Getting To Grips With Squid Ink: An Introduction

When dusk falls on a balmy summer evening on the Rias Baixas along Spain’s north-west Galician coastline, there’s one thought on many people’s mind: bringing a squid home for dinner. In Galicia, the squid fishing season season starts in July, and finishes in October.

As squidding hour fast approaches just after dusk, locals jostle for space – shoulder to shoulder along harbour walls. From Combarro to Sanxenxo to A Toxa and O Grove, shoals of sardines and horse mackerel lure squid closer to the coastline, where the fishermen’s glow sticks bait them onto the battery of lines dipped in the water.

Soon stuffed calamari, breaded calamari and tiny chipirones squid appear on dining tables. And squid ink is drained into glass jars to be used as a colorant and flavouring. It’s a fiddly business harvesting the squid ink – removing the main sac in the body and the supplementary sacs behind the eyes, and straining the thick, black liquid through a fine mesh cloth.

But in areas which are heavily-populated with squid, the ink flows freely. Locals are adept at extracting it, and squid ink has been used in regional cuisine for centuries: Spain’s famous rice dish, arròs negre, and Italian spaghetti al nero di seppia.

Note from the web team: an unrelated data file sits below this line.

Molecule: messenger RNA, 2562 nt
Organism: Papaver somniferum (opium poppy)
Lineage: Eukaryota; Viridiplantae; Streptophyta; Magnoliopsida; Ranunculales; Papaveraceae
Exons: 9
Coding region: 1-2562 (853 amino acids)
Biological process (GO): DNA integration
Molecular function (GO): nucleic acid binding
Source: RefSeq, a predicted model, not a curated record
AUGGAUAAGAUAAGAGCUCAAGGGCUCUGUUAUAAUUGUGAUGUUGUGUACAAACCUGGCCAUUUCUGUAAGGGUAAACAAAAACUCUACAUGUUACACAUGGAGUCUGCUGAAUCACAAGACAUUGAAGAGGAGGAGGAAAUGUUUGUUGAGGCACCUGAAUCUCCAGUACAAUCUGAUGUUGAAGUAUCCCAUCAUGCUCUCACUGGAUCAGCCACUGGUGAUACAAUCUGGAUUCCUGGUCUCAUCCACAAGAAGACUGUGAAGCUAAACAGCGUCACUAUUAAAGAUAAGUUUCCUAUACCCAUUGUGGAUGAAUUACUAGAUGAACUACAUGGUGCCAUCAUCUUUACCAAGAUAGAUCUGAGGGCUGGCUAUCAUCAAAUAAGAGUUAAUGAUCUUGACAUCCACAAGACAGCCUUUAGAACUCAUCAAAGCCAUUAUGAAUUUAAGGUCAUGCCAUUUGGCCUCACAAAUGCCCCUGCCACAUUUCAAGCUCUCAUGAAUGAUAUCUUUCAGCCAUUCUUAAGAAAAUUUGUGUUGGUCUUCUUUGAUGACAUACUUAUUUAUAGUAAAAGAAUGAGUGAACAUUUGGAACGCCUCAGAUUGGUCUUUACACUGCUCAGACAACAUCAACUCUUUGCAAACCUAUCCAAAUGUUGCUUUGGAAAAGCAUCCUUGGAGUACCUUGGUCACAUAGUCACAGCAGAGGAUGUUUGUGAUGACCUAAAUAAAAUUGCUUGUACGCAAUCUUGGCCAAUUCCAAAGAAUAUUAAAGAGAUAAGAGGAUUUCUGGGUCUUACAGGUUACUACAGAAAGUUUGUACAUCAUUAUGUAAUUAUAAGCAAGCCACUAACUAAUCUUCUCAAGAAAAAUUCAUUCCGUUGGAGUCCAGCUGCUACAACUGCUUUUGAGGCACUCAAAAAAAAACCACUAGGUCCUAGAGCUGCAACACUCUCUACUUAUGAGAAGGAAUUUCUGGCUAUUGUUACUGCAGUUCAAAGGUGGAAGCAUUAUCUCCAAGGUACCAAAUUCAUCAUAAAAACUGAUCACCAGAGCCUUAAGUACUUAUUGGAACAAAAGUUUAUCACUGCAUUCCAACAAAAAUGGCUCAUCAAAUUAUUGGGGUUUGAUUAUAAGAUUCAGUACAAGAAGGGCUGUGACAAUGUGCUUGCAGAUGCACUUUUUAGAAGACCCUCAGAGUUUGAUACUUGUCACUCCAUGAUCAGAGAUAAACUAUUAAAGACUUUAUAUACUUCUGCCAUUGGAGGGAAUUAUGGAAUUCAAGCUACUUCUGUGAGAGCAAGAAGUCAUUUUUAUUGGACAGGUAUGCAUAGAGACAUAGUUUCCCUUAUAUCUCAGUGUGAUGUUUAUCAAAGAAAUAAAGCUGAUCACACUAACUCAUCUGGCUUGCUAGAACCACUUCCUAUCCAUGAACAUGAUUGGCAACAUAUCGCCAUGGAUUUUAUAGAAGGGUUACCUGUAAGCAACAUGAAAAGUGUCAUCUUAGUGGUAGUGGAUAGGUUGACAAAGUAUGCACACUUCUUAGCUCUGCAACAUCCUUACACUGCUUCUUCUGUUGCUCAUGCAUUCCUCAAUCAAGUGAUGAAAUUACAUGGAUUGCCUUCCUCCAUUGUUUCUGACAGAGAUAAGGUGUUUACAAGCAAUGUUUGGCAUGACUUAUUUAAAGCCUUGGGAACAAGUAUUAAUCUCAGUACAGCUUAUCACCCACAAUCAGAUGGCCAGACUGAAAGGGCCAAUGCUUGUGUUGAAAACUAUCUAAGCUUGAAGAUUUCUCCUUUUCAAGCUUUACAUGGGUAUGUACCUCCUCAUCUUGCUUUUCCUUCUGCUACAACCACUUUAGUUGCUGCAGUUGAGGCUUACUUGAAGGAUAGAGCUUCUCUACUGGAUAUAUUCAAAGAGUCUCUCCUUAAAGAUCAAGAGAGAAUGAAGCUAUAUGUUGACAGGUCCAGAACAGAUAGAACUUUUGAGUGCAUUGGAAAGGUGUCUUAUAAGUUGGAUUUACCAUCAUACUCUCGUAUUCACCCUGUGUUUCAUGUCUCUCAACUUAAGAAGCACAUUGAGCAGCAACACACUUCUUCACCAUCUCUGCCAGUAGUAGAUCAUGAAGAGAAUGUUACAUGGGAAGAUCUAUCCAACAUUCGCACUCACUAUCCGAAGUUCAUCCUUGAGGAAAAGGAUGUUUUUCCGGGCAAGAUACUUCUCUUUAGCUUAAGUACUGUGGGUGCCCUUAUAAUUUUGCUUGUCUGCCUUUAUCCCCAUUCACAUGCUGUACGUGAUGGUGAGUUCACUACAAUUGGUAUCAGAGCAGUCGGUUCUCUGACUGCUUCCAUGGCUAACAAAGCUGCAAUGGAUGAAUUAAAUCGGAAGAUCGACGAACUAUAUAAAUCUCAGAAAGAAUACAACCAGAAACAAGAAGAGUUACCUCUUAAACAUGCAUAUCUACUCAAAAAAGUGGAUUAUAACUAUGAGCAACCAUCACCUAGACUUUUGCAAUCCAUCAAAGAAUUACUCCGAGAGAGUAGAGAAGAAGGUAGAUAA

The most common way that squid ink is known is in dried pasta. But dried pasta doesn’t have the glistening black sheen associated with fresh squid ink - nor does it blacken the teeth, and colour the tongue, nor leave inky black smears across the plate.

Squid ink has been used in regional cuisine for centuries: Spain’s famous rice dish, arròs negre, and Italian spaghetti al nero di seppia.

Today fresh squid ink is easier to access, sold in individual sachets or jars. After sterilising, it keeps well - for up to four years - and its flavour is retained. Squid ink is often described as ‘briny’ with ‘flavours of the sea’, but there’s something more than that. Perhaps a black truffle richness, rounded mouth feel and complex, earthy flavour.

Composition analysis of squid ink reveals that it’s rich in glutamic acid – that magic, umami flavour. Although the ‘fifth flavour’ has only been recently identified,  the innate urge to cook umami-rich food has shaped the cuisine on Spain’s North West Atlantic Coast though, meaning that the local cuisine is rich with anchovies, tomatoes, and, of course, squid ink. All savoury and all delicious.

See our squid ink recipes: Arròs Negre ( Squid Ink Paella Recipe), Squid Ink Soda Bread Recipe, Squid Ink Prawn Cracker Recipe


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